That's why we're here – telling you the games that you need to play because we've tried them out ourselves. We head through the new and bubbling lists of titles each week, have a look at what's good and let you know.
We try to keep this list as fresh as possible, so if your favorite falls off the chart then it's not a bad game… there's just more out there to try.
So get ready to get clicking through our gallery… we guarantee you'll have found something to play before you know it.
New: Supertype ($1.99/£1.69/AU$2.79)
Supertype is a word game more concerned with the shape of letters than the words they might create. Each hand-designed level finds you staring at a setup of lines, dots, and empty spaces in which to type. Tap out some letters, press the tick mark, and everything starts to move.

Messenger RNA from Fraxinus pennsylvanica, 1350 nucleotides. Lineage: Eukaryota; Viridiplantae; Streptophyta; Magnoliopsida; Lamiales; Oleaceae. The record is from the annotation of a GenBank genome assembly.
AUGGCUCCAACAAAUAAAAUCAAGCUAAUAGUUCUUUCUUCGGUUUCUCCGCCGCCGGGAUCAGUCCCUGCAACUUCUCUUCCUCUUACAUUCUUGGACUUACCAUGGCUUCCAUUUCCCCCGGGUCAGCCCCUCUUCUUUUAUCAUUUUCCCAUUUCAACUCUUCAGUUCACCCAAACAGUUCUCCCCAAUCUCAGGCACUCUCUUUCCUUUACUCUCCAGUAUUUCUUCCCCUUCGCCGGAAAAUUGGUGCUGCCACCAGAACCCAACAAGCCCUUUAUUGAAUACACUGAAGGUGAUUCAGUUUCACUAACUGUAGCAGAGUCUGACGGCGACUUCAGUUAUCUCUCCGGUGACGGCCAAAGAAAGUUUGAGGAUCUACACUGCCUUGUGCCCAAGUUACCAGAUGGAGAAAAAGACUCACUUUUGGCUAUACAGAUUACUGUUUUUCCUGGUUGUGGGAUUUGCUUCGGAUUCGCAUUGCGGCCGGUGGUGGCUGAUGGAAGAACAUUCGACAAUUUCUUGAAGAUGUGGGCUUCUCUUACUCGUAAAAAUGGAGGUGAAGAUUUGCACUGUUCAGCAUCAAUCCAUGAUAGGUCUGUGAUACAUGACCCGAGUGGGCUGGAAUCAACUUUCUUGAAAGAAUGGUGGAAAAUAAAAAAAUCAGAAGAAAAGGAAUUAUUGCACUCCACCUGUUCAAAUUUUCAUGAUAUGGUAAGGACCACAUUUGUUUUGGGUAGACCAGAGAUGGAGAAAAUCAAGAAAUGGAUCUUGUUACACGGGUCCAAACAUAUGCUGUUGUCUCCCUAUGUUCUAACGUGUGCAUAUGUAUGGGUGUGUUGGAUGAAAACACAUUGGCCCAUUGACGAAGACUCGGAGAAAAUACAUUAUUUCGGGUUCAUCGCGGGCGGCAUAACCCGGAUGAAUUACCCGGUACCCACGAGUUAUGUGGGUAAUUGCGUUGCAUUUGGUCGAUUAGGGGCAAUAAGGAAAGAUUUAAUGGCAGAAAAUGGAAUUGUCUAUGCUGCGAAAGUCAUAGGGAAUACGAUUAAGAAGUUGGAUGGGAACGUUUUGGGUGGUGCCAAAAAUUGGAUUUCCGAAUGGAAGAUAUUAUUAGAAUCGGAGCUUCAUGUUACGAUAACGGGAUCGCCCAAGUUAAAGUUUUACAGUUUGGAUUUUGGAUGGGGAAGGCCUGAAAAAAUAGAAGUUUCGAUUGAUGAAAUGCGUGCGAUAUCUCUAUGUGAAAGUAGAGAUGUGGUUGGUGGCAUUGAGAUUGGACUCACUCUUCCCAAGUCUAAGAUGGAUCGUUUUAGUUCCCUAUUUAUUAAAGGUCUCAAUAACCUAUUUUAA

The aim is to get the letters you type to the dots. In some cases, the solution may be fairly obvious – for example, placing a lowercase l on each ‘step’ towards an out of reach dot at the top of a staircase, then having a p at the start tip over to set everything in motion. More often, you’ll be scratching your head, experimenting, trying new approaches, and then grinning ear to ear on cracking a solution.
Typeshift rethinks word searches and crosswords. You get a tactile interface of jumbled letters within draggable columns. Your aim is to change the color of every tile – and tiles only change when they’re part of a word you make in the central row.